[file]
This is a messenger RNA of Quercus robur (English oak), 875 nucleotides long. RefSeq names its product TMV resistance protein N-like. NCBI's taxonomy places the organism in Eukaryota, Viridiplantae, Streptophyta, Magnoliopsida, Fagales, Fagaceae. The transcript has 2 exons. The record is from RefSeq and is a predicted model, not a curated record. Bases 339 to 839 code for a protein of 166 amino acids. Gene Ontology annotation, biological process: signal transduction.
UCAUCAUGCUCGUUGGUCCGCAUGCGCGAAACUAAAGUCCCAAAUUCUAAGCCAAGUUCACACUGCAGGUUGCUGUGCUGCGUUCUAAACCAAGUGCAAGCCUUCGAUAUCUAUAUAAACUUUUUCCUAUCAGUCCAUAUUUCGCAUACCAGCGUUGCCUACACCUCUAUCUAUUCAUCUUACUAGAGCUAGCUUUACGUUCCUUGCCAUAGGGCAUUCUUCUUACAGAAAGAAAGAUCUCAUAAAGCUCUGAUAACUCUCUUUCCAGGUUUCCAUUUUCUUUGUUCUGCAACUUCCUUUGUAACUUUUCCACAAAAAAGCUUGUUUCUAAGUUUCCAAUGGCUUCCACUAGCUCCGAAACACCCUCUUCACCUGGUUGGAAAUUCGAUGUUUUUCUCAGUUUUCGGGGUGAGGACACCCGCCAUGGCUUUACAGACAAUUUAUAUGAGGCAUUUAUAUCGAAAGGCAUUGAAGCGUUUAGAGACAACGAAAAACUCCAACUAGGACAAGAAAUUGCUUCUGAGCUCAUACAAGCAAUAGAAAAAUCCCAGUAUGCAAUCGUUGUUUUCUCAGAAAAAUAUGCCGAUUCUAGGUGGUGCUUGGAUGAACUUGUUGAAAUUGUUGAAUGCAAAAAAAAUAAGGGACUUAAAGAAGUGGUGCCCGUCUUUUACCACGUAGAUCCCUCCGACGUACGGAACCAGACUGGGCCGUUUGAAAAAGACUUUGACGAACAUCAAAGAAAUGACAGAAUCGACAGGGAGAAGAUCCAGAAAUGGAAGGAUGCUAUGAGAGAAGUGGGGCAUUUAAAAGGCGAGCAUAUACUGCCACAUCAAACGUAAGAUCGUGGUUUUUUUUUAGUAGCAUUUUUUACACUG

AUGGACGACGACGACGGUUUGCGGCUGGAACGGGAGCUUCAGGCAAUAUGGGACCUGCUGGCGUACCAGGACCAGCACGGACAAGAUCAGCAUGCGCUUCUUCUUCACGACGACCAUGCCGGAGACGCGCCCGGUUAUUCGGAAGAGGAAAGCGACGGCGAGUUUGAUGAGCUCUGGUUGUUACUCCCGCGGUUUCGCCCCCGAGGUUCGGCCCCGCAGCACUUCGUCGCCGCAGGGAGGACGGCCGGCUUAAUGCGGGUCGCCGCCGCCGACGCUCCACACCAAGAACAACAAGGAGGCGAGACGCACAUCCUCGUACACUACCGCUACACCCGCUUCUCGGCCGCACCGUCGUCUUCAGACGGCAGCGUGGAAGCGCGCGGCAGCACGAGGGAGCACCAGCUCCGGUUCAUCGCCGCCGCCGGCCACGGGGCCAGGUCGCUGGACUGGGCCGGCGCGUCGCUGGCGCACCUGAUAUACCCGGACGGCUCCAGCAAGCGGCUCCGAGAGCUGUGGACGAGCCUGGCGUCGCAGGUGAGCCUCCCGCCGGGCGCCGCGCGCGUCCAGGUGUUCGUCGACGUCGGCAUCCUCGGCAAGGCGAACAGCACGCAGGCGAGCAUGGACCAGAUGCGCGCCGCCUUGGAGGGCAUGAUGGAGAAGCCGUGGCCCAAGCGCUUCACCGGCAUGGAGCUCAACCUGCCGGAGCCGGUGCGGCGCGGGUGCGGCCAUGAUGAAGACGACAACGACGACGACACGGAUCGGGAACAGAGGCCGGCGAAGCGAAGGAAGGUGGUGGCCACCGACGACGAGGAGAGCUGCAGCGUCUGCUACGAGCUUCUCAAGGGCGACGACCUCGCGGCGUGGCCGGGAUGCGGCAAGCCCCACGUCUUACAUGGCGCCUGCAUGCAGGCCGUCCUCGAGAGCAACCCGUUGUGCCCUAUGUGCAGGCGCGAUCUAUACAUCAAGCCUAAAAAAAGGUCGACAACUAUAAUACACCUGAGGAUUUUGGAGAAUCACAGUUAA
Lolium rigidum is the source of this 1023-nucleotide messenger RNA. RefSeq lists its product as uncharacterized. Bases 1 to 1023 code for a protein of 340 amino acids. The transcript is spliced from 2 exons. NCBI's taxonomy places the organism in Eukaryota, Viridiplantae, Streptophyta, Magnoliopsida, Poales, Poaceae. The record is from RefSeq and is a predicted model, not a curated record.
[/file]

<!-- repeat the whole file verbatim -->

This is a messenger RNA of Quercus robur (English oak), 875 nucleotides long. RefSeq names its product TMV resistance protein N-like. NCBI's taxonomy places the organism in Eukaryota, Viridiplantae, Streptophyta, Magnoliopsida, Fagales, Fagaceae. The transcript has 2 exons. The record is from RefSeq and is a predicted model, not a curated record. Bases 339 to 839 code for a protein of 166 amino acids. Gene Ontology annotation, biological process: signal transduction.
UCAUCAUGCUCGUUGGUCCGCAUGCGCGAAACUAAAGUCCCAAAUUCUAAGCCAAGUUCACACUGCAGGUUGCUGUGCUGCGUUCUAAACCAAGUGCAAGCCUUCGAUAUCUAUAUAAACUUUUUCCUAUCAGUCCAUAUUUCGCAUACCAGCGUUGCCUACACCUCUAUCUAUUCAUCUUACUAGAGCUAGCUUUACGUUCCUUGCCAUAGGGCAUUCUUCUUACAGAAAGAAAGAUCUCAUAAAGCUCUGAUAACUCUCUUUCCAGGUUUCCAUUUUCUUUGUUCUGCAACUUCCUUUGUAACUUUUCCACAAAAAAGCUUGUUUCUAAGUUUCCAAUGGCUUCCACUAGCUCCGAAACACCCUCUUCACCUGGUUGGAAAUUCGAUGUUUUUCUCAGUUUUCGGGGUGAGGACACCCGCCAUGGCUUUACAGACAAUUUAUAUGAGGCAUUUAUAUCGAAAGGCAUUGAAGCGUUUAGAGACAACGAAAAACUCCAACUAGGACAAGAAAUUGCUUCUGAGCUCAUACAAGCAAUAGAAAAAUCCCAGUAUGCAAUCGUUGUUUUCUCAGAAAAAUAUGCCGAUUCUAGGUGGUGCUUGGAUGAACUUGUUGAAAUUGUUGAAUGCAAAAAAAAUAAGGGACUUAAAGAAGUGGUGCCCGUCUUUUACCACGUAGAUCCCUCCGACGUACGGAACCAGACUGGGCCGUUUGAAAAAGACUUUGACGAACAUCAAAGAAAUGACAGAAUCGACAGGGAGAAGAUCCAGAAAUGGAAGGAUGCUAUGAGAGAAGUGGGGCAUUUAAAAGGCGAGCAUAUACUGCCACAUCAAACGUAAGAUCGUGGUUUUUUUUUAGUAGCAUUUUUUACACUG

AUGGACGACGACGACGGUUUGCGGCUGGAACGGGAGCUUCAGGCAAUAUGGGACCUGCUGGCGUACCAGGACCAGCACGGACAAGAUCAGCAUGCGCUUCUUCUUCACGACGACCAUGCCGGAGACGCGCCCGGUUAUUCGGAAGAGGAAAGCGACGGCGAGUUUGAUGAGCUCUGGUUGUUACUCCCGCGGUUUCGCCCCCGAGGUUCGGCCCCGCAGCACUUCGUCGCCGCAGGGAGGACGGCCGGCUUAAUGCGGGUCGCCGCCGCCGACGCUCCACACCAAGAACAACAAGGAGGCGAGACGCACAUCCUCGUACACUACCGCUACACCCGCUUCUCGGCCGCACCGUCGUCUUCAGACGGCAGCGUGGAAGCGCGCGGCAGCACGAGGGAGCACCAGCUCCGGUUCAUCGCCGCCGCCGGCCACGGGGCCAGGUCGCUGGACUGGGCCGGCGCGUCGCUGGCGCACCUGAUAUACCCGGACGGCUCCAGCAAGCGGCUCCGAGAGCUGUGGACGAGCCUGGCGUCGCAGGUGAGCCUCCCGCCGGGCGCCGCGCGCGUCCAGGUGUUCGUCGACGUCGGCAUCCUCGGCAAGGCGAACAGCACGCAGGCGAGCAUGGACCAGAUGCGCGCCGCCUUGGAGGGCAUGAUGGAGAAGCCGUGGCCCAAGCGCUUCACCGGCAUGGAGCUCAACCUGCCGGAGCCGGUGCGGCGCGGGUGCGGCCAUGAUGAAGACGACAACGACGACGACACGGAUCGGGAACAGAGGCCGGCGAAGCGAAGGAAGGUGGUGGCCACCGACGACGAGGAGAGCUGCAGCGUCUGCUACGAGCUUCUCAAGGGCGACGACCUCGCGGCGUGGCCGGGAUGCGGCAAGCCCCACGUCUUACAUGGCGCCUGCAUGCAGGCCGUCCUCGAGAGCAACCCGUUGUGCCCUAUGUGCAGGCGCGAUCUAUACAUCAAGCCUAAAAAAAGGUCGACAACUAUAAUACACCUGAGGAUUUUGGAGAAUCACAGUUAA
Lolium rigidum is the source of this 1023-nucleotide messenger RNA. RefSeq lists its product as uncharacterized. Bases 1 to 1023 code for a protein of 340 amino acids. The transcript is spliced from 2 exons. NCBI's taxonomy places the organism in Eukaryota, Viridiplantae, Streptophyta, Magnoliopsida, Poales, Poaceae. The record is from RefSeq and is a predicted model, not a curated record.